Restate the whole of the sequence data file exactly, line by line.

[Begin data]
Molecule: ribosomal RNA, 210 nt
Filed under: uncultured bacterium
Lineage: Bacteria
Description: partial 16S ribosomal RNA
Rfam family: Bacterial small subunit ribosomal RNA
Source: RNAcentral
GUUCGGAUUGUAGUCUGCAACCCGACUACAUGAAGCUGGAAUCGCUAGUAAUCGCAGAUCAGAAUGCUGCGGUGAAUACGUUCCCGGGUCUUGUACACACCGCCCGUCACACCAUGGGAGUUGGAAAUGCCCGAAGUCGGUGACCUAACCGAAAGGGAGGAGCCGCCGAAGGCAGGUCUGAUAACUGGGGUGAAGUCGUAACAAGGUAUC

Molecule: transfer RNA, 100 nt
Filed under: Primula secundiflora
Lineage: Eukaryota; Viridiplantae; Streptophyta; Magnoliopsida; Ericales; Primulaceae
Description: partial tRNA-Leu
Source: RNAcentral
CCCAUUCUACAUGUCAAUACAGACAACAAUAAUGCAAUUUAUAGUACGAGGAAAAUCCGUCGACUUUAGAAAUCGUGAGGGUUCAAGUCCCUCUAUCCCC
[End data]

Molecule: ribosomal RNA, 210 nt
Filed under: uncultured bacterium
Lineage: Bacteria
Description: partial 16S ribosomal RNA
Rfam family: Bacterial small subunit ribosomal RNA
Source: RNAcentral
GUUCGGAUUGUAGUCUGCAACCCGACUACAUGAAGCUGGAAUCGCUAGUAAUCGCAGAUCAGAAUGCUGCGGUGAAUACGUUCCCGGGUCUUGUACACACCGCCCGUCACACCAUGGGAGUUGGAAAUGCCCGAAGUCGGUGACCUAACCGAAAGGGAGGAGCCGCCGAAGGCAGGUCUGAUAACUGGGGUGAAGUCGUAACAAGGUAUC

Molecule: transfer RNA, 100 nt
Filed under: Primula secundiflora
Lineage: Eukaryota; Viridiplantae; Streptophyta; Magnoliopsida; Ericales; Primulaceae
Description: partial tRNA-Leu
Source: RNAcentral
CCCAUUCUACAUGUCAAUACAGACAACAAUAAUGCAAUUUAUAGUACGAGGAAAAUCCGUCGACUUUAGAAAUCGUGAGGGUUCAAGUCCCUCUAUCCCC